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Artists as Workers and Technology as Artists
Critical Artists Devolve to Political Technologies
Dr Future

Critical Images II : DVolution!
The Lux Centre, 27th May, 2000

Apparently the artists at Andy Warhol's Factory spent most of their time doing celebrity portraits and promotional work just so they could pay the rent. At the end of the day Andy would assemble his staff around the table and say "Now, what are we going to do for Art? I can't think of anything today, does anyone have any ideas?" Artists that work with forms of mass media can be faced with the double edged sword of having to afford access to the relevant equipment and also the opportunity to pay for it by using their skills to accept commercial work. But balancing time spent working on paying jobs against time spent on "personal work" has led to unique conflicts in their roles as well as unique insights for media artists.
Critical Images II was a four day programme of events at the Lux Centre, London, culminating in a one day conference on strategies for moving image based arts in online and interactive contexts. Unlike the dismal performance of last year's Critical Images conference where panels of tasteful art house film makers and trendy 'Hoxtonite' multimedia designers engaged in an endless orgy of professional back slapping, the emphasis this time was on practitioners from further outside mainstream culture. In fact, nearly all the speakers present could have been described as "artists".
In the morning film maker Ana Kronschnabl showed examples of online movies from her Plugincinema site while artist Nick Crowe presented his web based movie Discrete Packets which showed how linear narratives could be stretched by using links to live real and fictional web sites. Then film maker Jon Jost moved the direction of the debate away from aesthetics as such by talking about the problems artists had in gaining access to the expertise that would enable them to pursue these more technologically sophisticated forms of movie making. Nick Crowe made the crucial point that artists must avoid relying too much on technical experts because they always work with reference to received notions of "quality" - technicians are not trained to exploit "bugs", only to erase them, and in doing so new avenues of exploration are missed. If the art world pursues these technical standards blindly then it would lead to the situation that Jon Jost described where art galleries would become cineplexes that just made people want to see more Hollywood films.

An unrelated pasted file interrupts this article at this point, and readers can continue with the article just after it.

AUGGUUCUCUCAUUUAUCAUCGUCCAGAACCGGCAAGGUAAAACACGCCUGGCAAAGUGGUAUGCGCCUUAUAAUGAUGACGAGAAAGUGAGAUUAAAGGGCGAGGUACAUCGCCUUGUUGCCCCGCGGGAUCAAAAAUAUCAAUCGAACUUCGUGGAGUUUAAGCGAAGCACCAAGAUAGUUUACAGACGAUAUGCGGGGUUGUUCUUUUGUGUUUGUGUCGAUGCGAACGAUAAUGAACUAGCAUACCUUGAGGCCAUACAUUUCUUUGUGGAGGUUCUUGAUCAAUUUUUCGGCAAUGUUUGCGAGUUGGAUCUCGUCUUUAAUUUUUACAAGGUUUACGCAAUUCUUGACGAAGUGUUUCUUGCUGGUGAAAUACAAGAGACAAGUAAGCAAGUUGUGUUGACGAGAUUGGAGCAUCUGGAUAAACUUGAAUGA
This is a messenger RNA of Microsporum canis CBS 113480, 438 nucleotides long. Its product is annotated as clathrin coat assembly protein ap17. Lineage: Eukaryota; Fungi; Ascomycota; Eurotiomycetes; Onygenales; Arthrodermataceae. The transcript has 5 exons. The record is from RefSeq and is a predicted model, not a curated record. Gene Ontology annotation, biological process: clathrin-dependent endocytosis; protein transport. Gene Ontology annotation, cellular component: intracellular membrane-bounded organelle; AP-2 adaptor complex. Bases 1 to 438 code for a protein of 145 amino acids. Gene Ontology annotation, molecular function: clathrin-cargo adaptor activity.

In the afternoon Kate Rich from the Bureau of Inverse Technology (BIT) showed several projects which involved the placement of video cameras in spy planes flying over the high security bunkers of silicon valley companies or planted in childrens toys to create films of the consumer landscape from the point-of-view of the technologies that created it. Jim Fetterley and Rich Bott of Animal Charm recycle footage from industrial documentary and corporate videos. In picking out the bits inbetween moments of dramatic significance they create an eerie world made up of figures distractedly waiting or standing around with looks of misplaced concern. These are the minute things the camera records when it is being least influenced by the desires of its human operators. Chris Wilcha talked about his documentary The Target Shoots First which was composed out of camcorder footage shot while he worked as a marketing manager for Columbia House records, exposing a corporate culture which erases distinctions between personal values and marketing strategies.